Materials and components
Materials and components play a significant role in determining the efficiency, durability, reliability, maintainability and elegance of a product, be it industrial or consumer. Two products of similar functionality can be differentiated by the use of materials and components of different technological characteristics. Two cars can be equally well-designed in terms of traction but if one is a solar powered hybrid because of solar overwrap materials, clearly the latter would be a differentiated car. The extent to which a firm understands the material and component technology would determine if the firm would be able to synergize the forces of materials with that of product functionality. Clearly, to the extent that a material or a component is also a product, the five competitive technological forces would be relevant to the material and component firms as well. One of the most striking examples of how material technological force can override product functionality has been evident in the evolution of flat panel televisions, and later in the evolution of flat panel screens themselves in terms of plasma, liquid crystal display, light emitting diode and organic light emitting diode screens.
The relationship between product industry and manufacturing equipment industry tends to be less integrated than the relationship between product industry and materials/component industry, relatively speaking. Quite commonly, manufacturing process is seen as a derivative of the capability of manufacturing equipment, and as having the objectives of better tolerances and higher productivity. This may provide operating efficiency and competitive advantage in the normal course but if process is understood and deployed as one of the five important competitive technological processes, the outcomes would be significantly superior. It has been well established, for example, that automobile firms which have engineers of different domains such as machine tool, electronics and instrumentation technologies (besides core mechanical and automobile engineering) and pharmaceutical firms which have chemical and instrumentation engineers (besides core pharmaceutical scientists) are able to generate and harness the competitive technical force as a competitive advantage.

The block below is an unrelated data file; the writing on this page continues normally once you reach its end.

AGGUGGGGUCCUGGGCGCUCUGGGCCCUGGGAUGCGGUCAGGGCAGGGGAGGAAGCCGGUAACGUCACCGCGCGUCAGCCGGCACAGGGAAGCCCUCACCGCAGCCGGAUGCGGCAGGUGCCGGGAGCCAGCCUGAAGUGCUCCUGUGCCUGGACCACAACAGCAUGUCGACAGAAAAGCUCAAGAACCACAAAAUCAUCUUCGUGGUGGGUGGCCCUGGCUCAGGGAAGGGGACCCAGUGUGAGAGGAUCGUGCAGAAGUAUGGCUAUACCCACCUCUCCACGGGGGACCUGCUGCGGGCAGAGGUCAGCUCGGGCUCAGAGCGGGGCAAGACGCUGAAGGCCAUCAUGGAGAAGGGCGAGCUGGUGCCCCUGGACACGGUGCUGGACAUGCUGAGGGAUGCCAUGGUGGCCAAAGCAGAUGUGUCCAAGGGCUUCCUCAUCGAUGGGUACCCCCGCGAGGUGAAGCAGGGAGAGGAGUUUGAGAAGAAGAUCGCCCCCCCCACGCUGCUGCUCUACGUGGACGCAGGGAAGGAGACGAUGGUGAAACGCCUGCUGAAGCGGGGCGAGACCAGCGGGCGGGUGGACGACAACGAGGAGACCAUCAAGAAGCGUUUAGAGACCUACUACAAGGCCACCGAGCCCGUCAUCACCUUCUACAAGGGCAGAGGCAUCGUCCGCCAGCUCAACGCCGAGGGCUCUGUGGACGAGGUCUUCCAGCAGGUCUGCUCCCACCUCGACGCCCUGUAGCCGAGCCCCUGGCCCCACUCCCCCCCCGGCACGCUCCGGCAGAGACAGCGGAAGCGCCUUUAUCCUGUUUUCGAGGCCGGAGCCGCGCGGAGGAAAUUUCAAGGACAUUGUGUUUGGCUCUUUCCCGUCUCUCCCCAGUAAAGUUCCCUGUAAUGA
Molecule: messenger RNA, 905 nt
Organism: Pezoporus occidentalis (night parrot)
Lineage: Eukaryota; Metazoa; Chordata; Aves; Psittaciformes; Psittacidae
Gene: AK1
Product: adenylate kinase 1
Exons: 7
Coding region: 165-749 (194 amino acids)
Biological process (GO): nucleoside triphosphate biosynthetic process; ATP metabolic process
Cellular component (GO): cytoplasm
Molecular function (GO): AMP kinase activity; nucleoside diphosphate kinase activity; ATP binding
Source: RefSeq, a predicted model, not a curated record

The unique aspect of any product in the contemporary digital world is that it is governed by a “brain” of its own, which may be called the operating system. From having mechanical toggles and electronic switches to programming logic controls and computer controls, there had certainly been efforts to govern the functioning of a product in the past too. However, structuring a product uniquely around an operating system and developing operating systems to govern products is the new reality of the contemporary digital world. This trend, however, is unlikely to stop here. Strides in artificial intelligence are likely to develop products that are not merely code controlled but are also speech responsive, gesture reactive, thought guided and intent managed. Strategic alliances for customized operating systems could be the next frontier for managing the competitive technology force.